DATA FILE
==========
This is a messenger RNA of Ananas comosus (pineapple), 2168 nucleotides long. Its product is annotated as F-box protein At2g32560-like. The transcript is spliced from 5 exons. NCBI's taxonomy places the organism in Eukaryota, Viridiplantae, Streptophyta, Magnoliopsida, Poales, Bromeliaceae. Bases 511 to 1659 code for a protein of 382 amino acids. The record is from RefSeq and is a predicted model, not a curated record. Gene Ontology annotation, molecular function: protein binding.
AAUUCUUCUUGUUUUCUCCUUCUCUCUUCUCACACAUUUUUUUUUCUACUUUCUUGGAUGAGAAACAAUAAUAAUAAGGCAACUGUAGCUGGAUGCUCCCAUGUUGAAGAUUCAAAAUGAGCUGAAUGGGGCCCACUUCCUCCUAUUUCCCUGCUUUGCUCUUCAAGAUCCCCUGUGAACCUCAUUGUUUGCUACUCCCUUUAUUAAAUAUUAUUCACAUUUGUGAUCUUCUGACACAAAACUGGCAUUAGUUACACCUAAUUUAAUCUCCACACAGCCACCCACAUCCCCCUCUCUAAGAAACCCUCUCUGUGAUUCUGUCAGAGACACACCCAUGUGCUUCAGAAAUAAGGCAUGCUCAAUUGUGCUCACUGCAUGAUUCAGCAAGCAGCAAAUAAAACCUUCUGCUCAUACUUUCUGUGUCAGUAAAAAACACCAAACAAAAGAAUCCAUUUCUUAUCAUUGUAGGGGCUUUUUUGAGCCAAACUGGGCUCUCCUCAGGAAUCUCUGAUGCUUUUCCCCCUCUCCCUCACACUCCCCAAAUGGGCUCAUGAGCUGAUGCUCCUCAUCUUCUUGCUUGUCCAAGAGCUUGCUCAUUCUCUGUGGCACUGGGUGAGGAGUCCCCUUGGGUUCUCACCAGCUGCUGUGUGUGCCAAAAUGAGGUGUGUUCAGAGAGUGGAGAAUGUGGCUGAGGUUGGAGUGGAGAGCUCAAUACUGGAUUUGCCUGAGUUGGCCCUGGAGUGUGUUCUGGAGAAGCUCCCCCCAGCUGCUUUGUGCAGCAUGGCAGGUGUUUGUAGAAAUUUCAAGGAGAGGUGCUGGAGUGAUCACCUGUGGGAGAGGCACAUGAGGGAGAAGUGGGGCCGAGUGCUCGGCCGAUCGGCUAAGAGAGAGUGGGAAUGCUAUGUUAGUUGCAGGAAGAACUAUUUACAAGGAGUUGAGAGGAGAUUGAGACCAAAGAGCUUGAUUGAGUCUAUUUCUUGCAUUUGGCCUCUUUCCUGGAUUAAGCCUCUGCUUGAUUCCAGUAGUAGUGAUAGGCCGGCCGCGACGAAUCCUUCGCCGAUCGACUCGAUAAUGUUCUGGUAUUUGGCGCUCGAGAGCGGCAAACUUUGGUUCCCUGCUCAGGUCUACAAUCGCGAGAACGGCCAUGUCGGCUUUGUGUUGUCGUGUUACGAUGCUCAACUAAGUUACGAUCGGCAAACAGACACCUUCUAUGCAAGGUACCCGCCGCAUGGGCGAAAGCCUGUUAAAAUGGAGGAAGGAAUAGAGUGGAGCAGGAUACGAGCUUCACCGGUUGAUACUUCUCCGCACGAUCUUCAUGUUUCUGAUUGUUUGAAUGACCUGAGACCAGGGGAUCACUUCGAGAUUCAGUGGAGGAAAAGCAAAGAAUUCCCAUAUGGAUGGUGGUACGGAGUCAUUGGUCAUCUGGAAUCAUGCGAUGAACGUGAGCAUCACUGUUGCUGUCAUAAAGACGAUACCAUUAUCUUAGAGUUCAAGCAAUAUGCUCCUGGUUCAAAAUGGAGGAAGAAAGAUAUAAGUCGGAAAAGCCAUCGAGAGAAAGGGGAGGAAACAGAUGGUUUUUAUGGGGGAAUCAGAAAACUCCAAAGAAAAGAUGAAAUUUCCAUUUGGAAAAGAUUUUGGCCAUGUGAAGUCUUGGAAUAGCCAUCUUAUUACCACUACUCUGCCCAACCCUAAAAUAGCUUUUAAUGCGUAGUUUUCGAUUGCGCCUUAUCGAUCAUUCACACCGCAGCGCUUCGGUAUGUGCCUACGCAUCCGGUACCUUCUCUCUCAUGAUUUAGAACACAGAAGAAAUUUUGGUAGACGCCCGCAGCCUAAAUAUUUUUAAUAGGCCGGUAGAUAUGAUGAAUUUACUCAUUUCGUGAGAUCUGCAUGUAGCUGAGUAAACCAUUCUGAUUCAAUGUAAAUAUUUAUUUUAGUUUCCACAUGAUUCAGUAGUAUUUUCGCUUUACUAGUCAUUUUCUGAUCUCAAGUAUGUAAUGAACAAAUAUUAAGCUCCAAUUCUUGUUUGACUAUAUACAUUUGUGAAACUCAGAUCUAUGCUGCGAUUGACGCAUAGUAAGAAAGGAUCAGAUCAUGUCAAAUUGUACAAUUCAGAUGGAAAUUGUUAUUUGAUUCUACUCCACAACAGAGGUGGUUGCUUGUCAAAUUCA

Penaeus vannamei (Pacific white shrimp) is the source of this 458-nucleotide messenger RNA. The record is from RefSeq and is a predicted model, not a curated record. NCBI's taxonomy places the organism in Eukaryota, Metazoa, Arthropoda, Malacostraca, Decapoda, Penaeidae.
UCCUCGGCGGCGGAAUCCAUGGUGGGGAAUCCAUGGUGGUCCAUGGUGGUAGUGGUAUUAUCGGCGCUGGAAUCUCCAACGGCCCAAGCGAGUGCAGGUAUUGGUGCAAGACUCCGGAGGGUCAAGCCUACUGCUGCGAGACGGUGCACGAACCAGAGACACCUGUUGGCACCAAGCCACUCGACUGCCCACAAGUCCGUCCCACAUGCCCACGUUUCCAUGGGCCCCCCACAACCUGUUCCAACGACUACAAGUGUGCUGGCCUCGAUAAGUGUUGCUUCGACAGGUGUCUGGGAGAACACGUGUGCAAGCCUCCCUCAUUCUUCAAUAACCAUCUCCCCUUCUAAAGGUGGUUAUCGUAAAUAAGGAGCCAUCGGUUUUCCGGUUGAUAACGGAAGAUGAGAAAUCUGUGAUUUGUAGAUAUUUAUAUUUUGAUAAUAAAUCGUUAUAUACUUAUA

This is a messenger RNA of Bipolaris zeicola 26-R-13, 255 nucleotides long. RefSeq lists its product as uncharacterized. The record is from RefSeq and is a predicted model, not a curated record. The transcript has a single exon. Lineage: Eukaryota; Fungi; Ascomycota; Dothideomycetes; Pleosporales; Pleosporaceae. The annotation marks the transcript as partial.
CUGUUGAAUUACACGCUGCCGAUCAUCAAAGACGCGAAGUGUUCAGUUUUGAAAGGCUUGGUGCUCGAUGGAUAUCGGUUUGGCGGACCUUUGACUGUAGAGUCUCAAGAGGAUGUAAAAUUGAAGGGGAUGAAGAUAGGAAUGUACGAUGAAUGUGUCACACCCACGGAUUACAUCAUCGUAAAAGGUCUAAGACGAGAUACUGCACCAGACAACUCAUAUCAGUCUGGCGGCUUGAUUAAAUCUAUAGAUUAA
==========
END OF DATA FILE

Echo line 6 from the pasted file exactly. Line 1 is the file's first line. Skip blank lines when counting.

CUGUUGAAUUACACGCUGCCGAUCAUCAAAGACGCGAAGUGUUCAGUUUUGAAAGGCUUGGUGCUCGAUGGAUAUCGGUUUGGCGGACCUUUGACUGUAGAGUCUCAAGAGGAUGUAAAAUUGAAGGGGAUGAAGAUAGGAAUGUACGAUGAAUGUGUCACACCCACGGAUUACAUCAUCGUAAAAGGUCUAAGACGAGAUACUGCACCAGACAACUCAUAUCAGUCUGGCGGCUUGAUUAAAUCUAUAGAUUAA